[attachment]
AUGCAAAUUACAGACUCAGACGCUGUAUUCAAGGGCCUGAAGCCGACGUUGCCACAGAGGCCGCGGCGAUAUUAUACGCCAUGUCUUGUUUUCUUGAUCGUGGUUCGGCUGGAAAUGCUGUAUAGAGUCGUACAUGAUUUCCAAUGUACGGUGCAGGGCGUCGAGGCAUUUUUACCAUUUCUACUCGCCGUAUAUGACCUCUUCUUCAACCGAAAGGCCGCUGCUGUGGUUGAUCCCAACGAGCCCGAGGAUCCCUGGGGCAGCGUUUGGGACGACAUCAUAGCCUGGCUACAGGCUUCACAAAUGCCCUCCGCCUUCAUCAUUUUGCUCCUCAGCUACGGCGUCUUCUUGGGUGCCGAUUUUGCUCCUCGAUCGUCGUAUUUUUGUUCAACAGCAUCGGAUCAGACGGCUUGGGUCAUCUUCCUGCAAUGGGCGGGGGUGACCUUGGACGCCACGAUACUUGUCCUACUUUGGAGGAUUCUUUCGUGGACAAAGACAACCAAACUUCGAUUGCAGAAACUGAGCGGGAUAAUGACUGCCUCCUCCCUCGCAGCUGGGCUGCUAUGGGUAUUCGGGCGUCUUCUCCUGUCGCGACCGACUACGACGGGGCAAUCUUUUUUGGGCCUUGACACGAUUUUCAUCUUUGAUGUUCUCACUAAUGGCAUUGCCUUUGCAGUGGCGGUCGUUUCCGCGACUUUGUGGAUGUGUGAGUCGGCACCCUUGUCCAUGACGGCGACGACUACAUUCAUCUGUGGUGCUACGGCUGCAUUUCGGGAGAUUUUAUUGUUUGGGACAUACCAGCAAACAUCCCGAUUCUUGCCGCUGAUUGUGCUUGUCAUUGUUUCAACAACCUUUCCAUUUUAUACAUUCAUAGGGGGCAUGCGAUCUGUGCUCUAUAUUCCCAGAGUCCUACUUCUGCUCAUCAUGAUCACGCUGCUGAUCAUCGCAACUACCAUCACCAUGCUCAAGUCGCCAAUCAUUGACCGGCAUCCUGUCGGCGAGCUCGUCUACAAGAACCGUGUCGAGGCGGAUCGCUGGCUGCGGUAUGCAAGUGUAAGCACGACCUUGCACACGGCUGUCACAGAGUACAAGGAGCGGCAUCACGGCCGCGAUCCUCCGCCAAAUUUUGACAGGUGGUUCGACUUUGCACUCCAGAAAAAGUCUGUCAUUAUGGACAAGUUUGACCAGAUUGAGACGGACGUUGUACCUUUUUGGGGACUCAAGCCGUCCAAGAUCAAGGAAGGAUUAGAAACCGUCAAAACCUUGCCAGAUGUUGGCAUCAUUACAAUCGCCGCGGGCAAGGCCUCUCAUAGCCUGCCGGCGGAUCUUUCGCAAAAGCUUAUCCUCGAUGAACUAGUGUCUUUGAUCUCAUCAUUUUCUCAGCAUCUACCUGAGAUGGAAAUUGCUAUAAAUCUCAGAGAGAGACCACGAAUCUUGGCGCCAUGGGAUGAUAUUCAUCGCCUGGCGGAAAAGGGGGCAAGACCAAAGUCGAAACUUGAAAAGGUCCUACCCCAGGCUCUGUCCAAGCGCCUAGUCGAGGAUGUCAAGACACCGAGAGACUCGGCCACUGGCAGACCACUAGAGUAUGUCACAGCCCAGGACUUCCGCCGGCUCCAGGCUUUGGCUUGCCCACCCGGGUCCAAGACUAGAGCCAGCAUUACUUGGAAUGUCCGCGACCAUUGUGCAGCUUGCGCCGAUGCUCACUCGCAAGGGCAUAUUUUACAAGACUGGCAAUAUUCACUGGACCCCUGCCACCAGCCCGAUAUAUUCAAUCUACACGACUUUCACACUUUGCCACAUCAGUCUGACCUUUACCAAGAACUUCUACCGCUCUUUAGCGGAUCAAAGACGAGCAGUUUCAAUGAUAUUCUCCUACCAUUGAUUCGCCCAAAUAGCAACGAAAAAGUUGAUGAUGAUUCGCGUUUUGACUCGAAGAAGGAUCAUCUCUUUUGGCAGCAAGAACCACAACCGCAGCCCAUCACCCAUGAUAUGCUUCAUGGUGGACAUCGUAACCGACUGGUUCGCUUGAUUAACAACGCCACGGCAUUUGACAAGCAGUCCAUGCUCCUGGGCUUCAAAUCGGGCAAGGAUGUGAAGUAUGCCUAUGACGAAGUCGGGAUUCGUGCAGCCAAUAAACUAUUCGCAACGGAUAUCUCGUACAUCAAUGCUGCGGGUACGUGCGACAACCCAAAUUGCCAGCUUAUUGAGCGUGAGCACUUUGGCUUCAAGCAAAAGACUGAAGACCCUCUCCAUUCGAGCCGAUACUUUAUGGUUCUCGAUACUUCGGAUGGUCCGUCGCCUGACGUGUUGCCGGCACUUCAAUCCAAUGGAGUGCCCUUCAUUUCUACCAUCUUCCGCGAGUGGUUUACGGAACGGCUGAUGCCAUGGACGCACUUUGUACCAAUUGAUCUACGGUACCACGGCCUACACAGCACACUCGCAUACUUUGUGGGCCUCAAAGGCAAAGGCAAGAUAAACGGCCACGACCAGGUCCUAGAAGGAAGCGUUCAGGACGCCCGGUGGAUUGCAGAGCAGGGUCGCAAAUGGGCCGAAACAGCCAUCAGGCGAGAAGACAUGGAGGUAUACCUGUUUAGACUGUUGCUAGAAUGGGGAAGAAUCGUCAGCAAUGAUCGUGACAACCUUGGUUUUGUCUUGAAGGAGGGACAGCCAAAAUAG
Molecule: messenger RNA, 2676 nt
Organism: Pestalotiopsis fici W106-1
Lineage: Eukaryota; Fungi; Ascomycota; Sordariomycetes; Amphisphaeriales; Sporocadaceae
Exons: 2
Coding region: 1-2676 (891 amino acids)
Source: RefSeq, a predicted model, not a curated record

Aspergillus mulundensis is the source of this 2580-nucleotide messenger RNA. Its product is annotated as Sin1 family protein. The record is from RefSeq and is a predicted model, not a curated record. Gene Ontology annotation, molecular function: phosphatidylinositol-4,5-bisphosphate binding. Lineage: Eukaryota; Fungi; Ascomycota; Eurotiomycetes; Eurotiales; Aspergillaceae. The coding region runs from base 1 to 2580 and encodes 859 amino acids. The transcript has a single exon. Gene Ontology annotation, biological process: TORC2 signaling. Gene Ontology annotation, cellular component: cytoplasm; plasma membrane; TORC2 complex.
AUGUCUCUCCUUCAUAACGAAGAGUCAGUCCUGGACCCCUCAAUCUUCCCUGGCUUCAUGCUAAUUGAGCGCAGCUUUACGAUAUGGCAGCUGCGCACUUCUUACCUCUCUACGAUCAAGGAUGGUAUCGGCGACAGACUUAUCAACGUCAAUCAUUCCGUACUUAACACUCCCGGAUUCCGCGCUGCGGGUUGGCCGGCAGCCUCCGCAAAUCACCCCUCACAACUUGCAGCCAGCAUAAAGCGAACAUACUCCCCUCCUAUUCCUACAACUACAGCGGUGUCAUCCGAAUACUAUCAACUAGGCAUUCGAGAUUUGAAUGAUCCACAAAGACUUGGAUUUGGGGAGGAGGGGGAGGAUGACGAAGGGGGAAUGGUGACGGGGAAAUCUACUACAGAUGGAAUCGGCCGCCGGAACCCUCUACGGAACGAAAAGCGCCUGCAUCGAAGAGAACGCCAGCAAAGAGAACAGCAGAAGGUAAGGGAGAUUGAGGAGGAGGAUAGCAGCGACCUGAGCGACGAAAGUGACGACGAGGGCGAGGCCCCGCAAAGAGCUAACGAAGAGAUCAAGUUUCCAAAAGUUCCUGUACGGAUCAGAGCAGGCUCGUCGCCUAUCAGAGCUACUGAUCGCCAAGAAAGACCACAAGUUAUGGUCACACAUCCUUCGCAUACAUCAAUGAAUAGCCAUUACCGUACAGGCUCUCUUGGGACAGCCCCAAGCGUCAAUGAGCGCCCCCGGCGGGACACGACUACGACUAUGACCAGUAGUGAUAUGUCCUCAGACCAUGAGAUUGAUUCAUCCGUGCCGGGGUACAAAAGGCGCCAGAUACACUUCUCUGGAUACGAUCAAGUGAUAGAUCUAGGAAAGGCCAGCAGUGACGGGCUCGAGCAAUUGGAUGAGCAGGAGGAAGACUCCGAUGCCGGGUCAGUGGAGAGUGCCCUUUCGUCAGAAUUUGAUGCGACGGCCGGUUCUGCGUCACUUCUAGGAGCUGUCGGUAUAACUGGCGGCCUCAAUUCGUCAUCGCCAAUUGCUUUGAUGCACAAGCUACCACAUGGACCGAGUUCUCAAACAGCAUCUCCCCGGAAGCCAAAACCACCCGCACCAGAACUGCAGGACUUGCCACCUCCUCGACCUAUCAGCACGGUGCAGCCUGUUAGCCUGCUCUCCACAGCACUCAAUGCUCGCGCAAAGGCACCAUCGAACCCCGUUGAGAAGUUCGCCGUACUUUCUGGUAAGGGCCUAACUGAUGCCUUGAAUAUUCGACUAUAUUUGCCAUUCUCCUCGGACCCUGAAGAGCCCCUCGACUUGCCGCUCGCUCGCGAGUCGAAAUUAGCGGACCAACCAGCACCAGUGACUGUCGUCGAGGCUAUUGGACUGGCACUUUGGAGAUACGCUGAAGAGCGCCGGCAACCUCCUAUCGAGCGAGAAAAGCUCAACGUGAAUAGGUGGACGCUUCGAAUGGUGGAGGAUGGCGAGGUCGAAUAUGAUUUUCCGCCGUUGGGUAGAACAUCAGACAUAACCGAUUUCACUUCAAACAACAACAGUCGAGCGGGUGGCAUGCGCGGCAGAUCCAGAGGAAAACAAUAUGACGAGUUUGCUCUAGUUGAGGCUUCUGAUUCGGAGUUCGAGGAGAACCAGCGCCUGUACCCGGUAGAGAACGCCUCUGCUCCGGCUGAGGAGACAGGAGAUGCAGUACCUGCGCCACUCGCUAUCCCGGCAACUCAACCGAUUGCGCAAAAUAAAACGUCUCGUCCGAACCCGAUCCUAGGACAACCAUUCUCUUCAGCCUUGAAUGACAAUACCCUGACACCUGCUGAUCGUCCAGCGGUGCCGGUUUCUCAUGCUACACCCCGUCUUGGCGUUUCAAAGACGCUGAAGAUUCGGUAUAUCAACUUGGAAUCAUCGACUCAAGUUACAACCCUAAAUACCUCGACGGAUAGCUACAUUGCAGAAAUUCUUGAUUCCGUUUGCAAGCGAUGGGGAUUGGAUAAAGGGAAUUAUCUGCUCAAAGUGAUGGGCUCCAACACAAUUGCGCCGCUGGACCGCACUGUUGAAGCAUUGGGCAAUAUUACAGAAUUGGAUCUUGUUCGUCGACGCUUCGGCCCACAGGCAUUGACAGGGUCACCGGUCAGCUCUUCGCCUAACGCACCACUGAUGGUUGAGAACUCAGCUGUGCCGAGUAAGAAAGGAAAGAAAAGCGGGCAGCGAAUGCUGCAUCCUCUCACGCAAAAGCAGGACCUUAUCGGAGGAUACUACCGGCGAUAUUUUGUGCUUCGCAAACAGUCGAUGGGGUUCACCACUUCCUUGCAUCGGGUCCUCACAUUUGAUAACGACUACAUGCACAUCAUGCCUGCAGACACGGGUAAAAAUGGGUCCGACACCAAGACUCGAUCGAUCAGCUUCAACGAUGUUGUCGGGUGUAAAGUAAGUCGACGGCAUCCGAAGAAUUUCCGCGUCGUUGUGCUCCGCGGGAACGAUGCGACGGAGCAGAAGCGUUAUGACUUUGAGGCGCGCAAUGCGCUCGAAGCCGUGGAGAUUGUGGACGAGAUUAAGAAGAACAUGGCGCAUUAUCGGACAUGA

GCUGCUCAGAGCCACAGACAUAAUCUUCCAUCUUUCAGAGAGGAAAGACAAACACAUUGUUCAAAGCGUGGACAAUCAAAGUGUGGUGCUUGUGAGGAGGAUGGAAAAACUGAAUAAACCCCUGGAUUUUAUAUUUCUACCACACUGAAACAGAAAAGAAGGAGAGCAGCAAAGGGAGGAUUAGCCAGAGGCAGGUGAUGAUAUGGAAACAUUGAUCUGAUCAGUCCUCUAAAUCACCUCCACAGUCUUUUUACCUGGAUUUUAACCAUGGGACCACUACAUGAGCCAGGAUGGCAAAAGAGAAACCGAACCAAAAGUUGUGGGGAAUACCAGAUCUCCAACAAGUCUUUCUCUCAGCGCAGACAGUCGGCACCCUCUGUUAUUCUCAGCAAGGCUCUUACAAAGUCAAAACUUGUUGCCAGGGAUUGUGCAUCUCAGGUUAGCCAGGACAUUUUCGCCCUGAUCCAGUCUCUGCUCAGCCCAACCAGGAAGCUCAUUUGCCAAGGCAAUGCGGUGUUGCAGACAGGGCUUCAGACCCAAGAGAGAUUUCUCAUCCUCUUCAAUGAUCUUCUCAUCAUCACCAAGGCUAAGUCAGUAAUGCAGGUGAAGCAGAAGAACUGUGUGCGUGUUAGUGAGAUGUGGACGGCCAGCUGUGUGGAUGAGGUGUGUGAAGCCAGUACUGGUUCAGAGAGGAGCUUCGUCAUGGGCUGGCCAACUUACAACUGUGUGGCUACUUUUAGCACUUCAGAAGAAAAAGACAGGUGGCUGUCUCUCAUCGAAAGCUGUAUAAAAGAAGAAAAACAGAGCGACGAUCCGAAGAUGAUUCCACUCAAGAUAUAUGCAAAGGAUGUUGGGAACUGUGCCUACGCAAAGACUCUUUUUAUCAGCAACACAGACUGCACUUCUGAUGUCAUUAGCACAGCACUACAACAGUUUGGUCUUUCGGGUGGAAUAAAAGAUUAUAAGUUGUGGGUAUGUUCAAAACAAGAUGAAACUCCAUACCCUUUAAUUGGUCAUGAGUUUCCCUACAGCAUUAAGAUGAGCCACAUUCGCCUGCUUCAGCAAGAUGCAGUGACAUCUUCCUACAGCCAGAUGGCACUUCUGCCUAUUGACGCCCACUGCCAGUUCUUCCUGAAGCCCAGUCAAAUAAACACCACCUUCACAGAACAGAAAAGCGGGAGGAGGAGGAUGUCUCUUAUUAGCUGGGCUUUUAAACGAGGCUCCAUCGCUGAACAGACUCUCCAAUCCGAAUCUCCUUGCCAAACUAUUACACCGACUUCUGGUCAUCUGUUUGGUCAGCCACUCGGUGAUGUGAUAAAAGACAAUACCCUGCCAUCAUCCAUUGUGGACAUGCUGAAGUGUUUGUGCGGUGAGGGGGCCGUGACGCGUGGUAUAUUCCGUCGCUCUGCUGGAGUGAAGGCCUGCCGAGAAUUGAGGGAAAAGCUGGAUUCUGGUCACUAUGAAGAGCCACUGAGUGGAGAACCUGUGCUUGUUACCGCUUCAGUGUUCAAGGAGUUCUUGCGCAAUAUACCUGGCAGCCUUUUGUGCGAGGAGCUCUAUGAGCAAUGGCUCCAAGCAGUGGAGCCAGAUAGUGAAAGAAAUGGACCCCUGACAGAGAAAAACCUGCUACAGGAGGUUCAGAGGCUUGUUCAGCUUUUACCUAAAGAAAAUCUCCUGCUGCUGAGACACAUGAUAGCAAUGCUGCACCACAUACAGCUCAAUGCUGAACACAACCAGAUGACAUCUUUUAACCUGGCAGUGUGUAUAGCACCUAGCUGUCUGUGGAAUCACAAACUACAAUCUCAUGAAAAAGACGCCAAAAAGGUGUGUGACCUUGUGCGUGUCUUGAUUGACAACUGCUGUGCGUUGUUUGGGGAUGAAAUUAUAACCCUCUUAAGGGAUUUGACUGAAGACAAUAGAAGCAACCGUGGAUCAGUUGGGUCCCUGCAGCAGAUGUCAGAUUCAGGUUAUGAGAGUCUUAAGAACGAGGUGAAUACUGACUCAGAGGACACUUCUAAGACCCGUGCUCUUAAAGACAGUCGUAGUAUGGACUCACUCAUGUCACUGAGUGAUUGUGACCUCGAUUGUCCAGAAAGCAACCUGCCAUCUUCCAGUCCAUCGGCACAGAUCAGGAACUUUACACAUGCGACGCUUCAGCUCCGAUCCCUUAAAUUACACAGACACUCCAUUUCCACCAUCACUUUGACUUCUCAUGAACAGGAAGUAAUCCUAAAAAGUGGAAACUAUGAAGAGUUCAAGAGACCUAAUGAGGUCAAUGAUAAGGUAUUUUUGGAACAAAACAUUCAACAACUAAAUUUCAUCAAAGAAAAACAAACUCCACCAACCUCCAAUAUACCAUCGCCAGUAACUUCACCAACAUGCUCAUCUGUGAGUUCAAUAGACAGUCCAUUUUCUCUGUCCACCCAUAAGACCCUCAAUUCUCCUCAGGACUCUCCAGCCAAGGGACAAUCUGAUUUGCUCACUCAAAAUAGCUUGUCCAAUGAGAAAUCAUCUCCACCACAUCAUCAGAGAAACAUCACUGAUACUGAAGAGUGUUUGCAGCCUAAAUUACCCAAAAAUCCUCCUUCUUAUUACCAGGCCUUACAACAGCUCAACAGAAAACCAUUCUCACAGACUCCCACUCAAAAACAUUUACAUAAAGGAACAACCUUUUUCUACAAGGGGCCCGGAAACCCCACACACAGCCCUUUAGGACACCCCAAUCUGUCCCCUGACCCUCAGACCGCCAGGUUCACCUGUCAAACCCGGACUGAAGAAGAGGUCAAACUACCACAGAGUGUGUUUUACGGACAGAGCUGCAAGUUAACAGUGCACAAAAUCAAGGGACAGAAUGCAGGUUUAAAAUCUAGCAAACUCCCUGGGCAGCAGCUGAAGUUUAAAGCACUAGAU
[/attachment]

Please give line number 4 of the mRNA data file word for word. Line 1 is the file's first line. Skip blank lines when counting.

Lineage: Eukaryota; Fungi; Ascomycota; Sordariomycetes; Amphisphaeriales; Sporocadaceae